One is that from Fea’s book, we see that evangelical Christianity has always been an influence upon American society.  The perspective of many that evangelicals are some new phenomenon with a desire to take over the reigns of political power has no basis in historical fact.  Until the 1920s conservative evangelicals were a prominent part of society and public discourse.  It was only after the Scopes trial and losing the battle for mainline denominations that we who are conservative evangelicals went underground.  While underground, we focused on evangelism and education, both to which evangelicals should give more attention now.  In so doing, we laid the groundwork for re-entering the public square.  However, that is the place we should have always been.

From history, we know that we have a place on the public square.  There we should stand for justice and righteousness.  We should challenge society to be more conformed to the Christian ethical standards of love and self sacrifice for common good that the founders believed essential for the success of a republic form of government.  We should live by those values because those are the actions modeled by He who gave His life for us to save us from our sins.

But we must also realize that there are others on the public square as well.  Like us, they have always been there in one form or another.   Our task is not to only convince them of our political views or our social values, but above all else to proclaim to them the gospel of our Lord Jesus Christ.   They may not play fair by our rules, but we must never play by their rules.  We must not distort history or engage in personal attacks.  We must proclaim truth with clarity and live truth with joy.

As we stand on the public square, we must stand not upon economic or political ideologies but upon God’s Word.  If we do this, we will not always side with Republicans or Democrats, conservatives or liberals.  Consistency with God’s Word will be inconsistent with the standards of those who take all of their cues from the world around them.

And with that, I want to make one last point.  Was America founded as a Christian nation?  In reality, I don’t think that the answer should matter to us as evangelical believers.  The type of conduct that I mention above does not depend on where we were born or of what country we are a part.  It is not about being a citizen of the United States. It is about being a citizen of the Kingdom of God.  And as citizens of His kingdom, we are fellow citizens with people in places like North Korea, China, Iran and Saudi Arabia.  Their earthly citizenship is not in countries that could in be called Christian, yet they live as followers of Christ according to the same standards by which American Christians must live.  No matter where we live, we are called upon to believe the gospel, live out the gospel and make disciples.  That is our duty as citizens of God’s kingdom, and really, it doesn’t matter if America is Christian nation or not. We must obey the Word of God.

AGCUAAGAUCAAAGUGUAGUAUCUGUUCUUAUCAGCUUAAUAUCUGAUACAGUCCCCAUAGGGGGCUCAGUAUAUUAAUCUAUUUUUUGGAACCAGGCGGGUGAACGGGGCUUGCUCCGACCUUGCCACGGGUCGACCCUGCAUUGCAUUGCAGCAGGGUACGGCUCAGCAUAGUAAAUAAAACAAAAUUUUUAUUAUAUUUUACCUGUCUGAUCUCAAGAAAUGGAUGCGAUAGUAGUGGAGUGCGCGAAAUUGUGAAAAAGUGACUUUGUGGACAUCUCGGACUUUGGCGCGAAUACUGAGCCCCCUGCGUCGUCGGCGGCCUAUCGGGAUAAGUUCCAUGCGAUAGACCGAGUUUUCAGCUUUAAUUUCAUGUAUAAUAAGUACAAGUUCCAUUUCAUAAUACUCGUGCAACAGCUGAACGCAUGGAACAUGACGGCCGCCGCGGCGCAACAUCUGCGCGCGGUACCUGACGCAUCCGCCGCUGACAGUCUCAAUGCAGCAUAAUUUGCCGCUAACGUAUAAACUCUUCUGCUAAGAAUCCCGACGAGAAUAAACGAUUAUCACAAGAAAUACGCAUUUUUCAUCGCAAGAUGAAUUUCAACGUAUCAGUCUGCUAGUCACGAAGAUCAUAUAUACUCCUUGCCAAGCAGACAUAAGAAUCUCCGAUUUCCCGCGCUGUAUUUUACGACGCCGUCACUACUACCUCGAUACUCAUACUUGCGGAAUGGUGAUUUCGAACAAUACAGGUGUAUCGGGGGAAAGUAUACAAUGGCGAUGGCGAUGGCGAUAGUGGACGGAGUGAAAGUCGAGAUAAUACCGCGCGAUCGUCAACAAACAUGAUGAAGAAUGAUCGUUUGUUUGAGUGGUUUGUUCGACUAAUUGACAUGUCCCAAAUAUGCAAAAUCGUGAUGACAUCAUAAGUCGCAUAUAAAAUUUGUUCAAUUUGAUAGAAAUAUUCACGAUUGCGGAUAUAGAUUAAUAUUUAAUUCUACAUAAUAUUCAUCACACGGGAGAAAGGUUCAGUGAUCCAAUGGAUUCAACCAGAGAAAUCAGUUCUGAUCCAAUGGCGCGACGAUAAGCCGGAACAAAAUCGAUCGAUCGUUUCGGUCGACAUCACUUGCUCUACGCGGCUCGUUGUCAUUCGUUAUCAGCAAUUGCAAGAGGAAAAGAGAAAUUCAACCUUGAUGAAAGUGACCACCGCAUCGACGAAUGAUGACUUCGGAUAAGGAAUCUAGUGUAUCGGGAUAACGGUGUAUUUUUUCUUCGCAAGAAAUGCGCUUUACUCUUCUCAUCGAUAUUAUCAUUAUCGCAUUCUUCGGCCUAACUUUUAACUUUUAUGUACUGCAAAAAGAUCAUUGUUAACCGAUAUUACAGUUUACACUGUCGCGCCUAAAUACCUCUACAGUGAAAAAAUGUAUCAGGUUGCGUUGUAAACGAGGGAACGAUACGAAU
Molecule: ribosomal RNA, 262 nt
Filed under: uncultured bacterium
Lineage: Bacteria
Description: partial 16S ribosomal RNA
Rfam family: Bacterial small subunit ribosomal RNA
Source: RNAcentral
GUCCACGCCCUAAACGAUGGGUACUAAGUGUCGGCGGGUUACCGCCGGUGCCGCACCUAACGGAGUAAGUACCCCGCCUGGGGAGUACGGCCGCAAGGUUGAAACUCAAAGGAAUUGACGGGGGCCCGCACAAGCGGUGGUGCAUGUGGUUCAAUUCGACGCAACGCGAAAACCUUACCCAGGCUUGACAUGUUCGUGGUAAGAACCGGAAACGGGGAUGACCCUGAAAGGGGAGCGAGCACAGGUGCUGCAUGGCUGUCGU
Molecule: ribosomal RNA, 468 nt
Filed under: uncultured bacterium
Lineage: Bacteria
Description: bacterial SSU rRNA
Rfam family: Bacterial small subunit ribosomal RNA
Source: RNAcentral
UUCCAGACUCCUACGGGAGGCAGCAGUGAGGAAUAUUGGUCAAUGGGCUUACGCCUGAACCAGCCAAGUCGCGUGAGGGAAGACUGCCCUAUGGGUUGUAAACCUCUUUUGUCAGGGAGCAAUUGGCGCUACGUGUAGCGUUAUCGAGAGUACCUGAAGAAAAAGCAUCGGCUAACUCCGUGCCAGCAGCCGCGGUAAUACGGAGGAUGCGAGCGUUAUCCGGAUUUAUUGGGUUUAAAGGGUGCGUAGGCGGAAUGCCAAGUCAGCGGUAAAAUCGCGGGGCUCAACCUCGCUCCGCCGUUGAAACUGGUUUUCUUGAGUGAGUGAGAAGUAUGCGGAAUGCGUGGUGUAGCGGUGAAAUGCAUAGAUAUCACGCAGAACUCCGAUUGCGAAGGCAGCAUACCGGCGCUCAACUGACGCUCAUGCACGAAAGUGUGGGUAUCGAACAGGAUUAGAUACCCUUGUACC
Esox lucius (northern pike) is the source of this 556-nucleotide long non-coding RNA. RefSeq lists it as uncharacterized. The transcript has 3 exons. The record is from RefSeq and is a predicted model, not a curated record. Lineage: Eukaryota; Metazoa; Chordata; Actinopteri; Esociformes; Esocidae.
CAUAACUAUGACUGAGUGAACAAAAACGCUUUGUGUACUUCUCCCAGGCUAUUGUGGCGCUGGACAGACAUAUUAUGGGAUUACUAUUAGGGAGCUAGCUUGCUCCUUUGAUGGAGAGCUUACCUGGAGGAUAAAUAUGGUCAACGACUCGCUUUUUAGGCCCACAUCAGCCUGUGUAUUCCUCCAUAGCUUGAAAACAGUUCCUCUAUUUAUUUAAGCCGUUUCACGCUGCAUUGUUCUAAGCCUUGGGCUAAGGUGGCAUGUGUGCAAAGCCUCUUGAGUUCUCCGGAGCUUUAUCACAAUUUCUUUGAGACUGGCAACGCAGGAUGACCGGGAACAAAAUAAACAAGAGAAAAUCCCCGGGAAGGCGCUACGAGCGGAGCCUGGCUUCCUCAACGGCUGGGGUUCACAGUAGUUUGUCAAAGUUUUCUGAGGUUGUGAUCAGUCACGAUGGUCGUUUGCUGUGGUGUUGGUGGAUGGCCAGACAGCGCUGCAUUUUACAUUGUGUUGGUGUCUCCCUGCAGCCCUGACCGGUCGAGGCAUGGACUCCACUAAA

Perhaps, the more appropriate question is, “Is America a Christian nation?”  I believe that the answer is that if it was, it isn’t now.  We are post-Christian or rapidly moving that way.  Evangelical Christians can fight against it blindly, or understand it and respond in a Christ-like and Biblical manner.  In some cases, that means we will seek to change society. In other cases, our only option will be to explain why we hold to a different standard. But always, we must proclaim that which is of first importance “…that Christ died for our sins according to the Scriptures, and that He was buried, and that He was raised on the third day according to Scripture.” (1 Corinthians 15:3-4).

Was America Founded as a Christian Nation? Part 1

In the next three posts, I will review and interact with the book, Was America Founded as a Christian Nation by John Fea.  While there has been a great deal of buzz about the book, not much has been said about the author.  Fea is an associate professor of American History at Messiah College in Grantham, Pennsylvania, where is also Chair of the History Department.  Messiah College states on its website that it is nonsectarian but “…highlights the specific emphases of the Anabaptist, Pietistic and Wesleyan traditions.”  Those who are familiar with those traditions recognize that they emphasize private piety, separation of church and state and in more recent history, social justice.  Anabaptists believe strongly in the separation of church and state and are pacifist.  They strongly oppose government coercion by force.  It would be interesting to know how much these views shape Fea’s perspective; however, those views are not obvious in his book.

Fea did not make his purpose clear in the book until the concluding chapter.  He intended to show that the answer to the question in the title is much more nuanced than those debating the issue on left and right tend to understand.  As you will see in my summary and interaction with the book, I think that he in large part succeeded in his intent.  Those on either side of the issue wishing to discredit the other by using this book will have a hard time, not that it will stop anyone from trying.  Fea’s main concern as a historian is that we approach the study of history correctly which means that we do not read our current cultural wars back into it.